Serial cheaters and randy bachelors often seem deeply unable to stay monogamous; could there be scientific proof to their claims that they “just can’t help it”? According to a new study out from Binghamton University, the propensity for infidelity might possibly be blamed on DNA.
The team of researchers led by Justin Garcia, a SUNY Doctoral Diversity Fellow in the laboratory of evolutionary anthropology and health at Binghamton University, compared choices in sexual behavior with genes. The resulting new theory is that the dopamine receptor D4 polymorphism, or DRD4 gene, may lead to choices about sexual activity. It is the same gene that has been linked to sensation-seeking behavior such as alcohol use and gambling–it is able to influence the brain’s chemistry and thus, behavior.
“We already know that while many people experience sexual activity, the circumstances, meaning and behavior is different for each person,” said Garcia. “Some will experience sex with committed romantic partners, others in uncommitted one-night stands. Many will experience multiple types of sexual relationships, some even occurring at the same time, while others will exchange sex for resources or money. What we didn’t know was how we are motivated to engage in one form and not another, particularly when it comes to promiscuity and infidelity.”
They conducted the study by collecting detailed histories of 181 young adults, and comparing it with samples of their DNA. The team was able to determine that individual differences in sexual behavior seemed to be influenced by individual genetic variation.
“What we found was that individuals with a certain variant of the DRD4 gene were more likely to have a history of uncommitted sex, including one-night stands and acts of infidelity,” noted Garcia. “The motivation seems to stem from a system of pleasure and reward, which is where the release of dopamine comes in. In cases of uncommitted sex, the risks are high, the rewards substantial and the motivation variable – all elements that ensure a dopamine ‘rush.’”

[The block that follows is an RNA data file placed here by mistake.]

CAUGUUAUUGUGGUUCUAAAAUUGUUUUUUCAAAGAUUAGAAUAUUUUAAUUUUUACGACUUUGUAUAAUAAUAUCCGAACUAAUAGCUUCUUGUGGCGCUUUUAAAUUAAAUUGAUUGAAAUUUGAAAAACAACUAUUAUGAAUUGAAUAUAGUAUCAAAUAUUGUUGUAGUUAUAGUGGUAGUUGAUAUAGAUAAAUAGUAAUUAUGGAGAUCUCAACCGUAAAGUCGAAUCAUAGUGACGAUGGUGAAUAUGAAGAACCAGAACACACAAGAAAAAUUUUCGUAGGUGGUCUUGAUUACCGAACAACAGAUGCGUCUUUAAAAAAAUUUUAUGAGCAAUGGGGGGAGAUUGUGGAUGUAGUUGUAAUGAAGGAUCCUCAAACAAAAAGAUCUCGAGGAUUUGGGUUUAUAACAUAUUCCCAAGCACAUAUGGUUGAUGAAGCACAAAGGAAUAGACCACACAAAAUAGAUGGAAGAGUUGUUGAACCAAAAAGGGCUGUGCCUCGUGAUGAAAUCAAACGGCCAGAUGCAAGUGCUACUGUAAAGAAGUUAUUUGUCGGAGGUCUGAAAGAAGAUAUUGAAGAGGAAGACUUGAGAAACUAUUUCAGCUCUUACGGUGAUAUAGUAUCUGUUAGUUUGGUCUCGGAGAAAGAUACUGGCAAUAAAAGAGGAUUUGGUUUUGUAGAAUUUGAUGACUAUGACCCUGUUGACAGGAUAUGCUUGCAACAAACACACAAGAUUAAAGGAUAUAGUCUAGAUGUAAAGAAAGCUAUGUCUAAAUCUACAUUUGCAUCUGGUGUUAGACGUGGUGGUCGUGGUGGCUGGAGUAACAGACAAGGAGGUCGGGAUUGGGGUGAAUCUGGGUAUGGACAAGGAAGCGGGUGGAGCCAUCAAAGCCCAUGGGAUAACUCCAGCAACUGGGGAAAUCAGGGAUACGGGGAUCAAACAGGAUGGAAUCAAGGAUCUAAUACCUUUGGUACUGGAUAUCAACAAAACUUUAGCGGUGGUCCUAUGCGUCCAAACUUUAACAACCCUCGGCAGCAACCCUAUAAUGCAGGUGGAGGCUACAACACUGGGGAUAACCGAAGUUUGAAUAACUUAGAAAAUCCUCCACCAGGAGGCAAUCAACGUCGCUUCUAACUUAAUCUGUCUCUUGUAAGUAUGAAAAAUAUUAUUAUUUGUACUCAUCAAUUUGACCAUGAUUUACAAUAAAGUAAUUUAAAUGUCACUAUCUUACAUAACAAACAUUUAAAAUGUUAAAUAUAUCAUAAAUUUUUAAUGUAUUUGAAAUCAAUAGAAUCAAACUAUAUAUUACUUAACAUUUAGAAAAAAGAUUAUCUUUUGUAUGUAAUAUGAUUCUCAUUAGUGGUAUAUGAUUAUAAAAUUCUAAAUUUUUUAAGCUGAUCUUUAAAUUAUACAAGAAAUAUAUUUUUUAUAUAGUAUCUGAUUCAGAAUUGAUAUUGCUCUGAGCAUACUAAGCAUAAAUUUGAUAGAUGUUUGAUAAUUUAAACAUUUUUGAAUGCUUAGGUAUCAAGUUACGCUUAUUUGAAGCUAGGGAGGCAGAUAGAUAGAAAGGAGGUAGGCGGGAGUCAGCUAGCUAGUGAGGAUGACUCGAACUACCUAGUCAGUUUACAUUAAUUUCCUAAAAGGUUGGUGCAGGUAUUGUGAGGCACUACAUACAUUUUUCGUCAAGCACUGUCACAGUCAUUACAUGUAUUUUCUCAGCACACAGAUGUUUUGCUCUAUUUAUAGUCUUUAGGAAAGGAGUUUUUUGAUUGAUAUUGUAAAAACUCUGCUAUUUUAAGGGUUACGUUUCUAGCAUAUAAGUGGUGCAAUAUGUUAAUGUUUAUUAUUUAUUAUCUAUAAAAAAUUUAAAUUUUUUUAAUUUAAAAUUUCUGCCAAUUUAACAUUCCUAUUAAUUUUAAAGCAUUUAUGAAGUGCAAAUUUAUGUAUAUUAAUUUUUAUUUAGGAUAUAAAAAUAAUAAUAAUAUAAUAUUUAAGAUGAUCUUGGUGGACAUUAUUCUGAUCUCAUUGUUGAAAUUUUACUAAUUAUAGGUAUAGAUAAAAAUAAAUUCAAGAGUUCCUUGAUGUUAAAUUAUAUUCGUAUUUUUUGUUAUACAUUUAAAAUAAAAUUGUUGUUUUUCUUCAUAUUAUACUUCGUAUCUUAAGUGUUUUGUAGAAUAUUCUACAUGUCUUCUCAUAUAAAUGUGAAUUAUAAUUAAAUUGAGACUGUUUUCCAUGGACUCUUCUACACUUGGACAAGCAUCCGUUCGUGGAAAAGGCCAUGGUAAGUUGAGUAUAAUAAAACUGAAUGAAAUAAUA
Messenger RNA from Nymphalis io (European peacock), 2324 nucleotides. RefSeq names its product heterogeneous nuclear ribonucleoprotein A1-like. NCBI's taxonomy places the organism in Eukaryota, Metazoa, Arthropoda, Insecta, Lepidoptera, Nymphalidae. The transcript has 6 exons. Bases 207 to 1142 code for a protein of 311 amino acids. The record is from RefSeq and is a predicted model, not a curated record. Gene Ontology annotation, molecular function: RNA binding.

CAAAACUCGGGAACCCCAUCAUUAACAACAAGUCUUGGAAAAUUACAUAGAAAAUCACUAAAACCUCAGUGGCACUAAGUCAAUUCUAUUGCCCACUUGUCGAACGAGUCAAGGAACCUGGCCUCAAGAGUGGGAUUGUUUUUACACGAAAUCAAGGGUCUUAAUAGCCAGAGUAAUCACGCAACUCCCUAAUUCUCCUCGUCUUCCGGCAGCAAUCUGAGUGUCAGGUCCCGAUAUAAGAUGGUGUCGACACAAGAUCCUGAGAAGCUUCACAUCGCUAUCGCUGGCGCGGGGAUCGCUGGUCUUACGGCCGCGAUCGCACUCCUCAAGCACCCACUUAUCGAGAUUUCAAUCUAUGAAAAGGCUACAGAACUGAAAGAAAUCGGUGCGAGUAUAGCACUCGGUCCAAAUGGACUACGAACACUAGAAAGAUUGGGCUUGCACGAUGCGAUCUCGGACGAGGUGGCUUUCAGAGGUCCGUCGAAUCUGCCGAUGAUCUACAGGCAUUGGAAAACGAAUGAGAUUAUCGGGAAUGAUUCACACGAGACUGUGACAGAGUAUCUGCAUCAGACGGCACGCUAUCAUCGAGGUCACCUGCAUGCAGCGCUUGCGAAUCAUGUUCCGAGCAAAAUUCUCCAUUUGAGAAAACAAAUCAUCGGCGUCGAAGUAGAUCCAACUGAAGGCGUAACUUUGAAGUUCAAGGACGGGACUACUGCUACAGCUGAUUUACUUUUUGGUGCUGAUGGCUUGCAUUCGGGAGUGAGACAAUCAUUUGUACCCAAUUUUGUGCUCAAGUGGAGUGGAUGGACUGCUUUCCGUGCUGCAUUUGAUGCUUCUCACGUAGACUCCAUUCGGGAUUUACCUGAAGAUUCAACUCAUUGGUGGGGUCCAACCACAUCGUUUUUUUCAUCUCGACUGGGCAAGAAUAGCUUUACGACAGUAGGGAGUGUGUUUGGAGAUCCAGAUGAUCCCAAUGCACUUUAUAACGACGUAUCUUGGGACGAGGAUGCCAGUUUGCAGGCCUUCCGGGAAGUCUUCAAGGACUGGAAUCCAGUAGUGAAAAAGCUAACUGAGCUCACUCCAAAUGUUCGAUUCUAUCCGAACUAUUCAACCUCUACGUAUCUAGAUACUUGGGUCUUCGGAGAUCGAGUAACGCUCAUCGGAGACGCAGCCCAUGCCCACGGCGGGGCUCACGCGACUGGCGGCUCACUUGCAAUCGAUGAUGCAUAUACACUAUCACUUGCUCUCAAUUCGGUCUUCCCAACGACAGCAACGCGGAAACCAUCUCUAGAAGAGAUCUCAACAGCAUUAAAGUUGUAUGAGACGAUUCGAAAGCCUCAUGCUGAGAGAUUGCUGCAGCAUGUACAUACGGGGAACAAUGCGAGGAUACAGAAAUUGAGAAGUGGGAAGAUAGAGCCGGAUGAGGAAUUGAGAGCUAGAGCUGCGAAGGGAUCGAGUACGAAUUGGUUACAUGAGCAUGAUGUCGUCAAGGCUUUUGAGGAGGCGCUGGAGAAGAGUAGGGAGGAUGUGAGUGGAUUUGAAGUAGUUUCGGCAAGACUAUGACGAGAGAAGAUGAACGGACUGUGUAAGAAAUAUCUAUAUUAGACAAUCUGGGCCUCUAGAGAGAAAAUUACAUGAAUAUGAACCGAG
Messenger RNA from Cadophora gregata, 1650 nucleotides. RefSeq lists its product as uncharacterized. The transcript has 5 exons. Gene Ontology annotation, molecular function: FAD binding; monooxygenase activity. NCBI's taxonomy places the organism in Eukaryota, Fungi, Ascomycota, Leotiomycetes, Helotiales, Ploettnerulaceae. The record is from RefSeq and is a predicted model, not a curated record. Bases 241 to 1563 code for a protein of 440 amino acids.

Garcia notes that the study may indicate the first biological evidence that explains how some people may be looking for a serious committed long-term relationship, even if they revel in one-night stands. The results also explain how someone could be very much attached to their partner, commit infidelity, and yet still be madly in love with their partner. It may simply all revolve around a DRD4 variation in these people: distinct differences in the internal quest for a dopamine ‘rush’ can happen separately from the drive for commitment.
“The study doesn’t let transgressors off the hook,” said Garcia. “These relationships are associative, which means that not everyone with this genotype will have one-night stands or commit infidelity. Indeed, many people without this genotype still have one-night stands and commit infidelity. The study merely suggests that a much higher proportion of those with this genetic type are likely to engage in these behaviors.”
“One-night stands can be risky, both physically and psychologically,” concludes Garcia. “And betrayal can be one of the most devastating things to happen to a couple. These genes do not give anyone an excuse, but they do provide a window into how our biology shapes our propensities for a wide variety of behaviors.”
What do you think? Monogamy and infidelity can be very tricky topics. One thing’s for sure, the first person to invent an accurate, over-the-counter DRD4 test kit will never have to work again.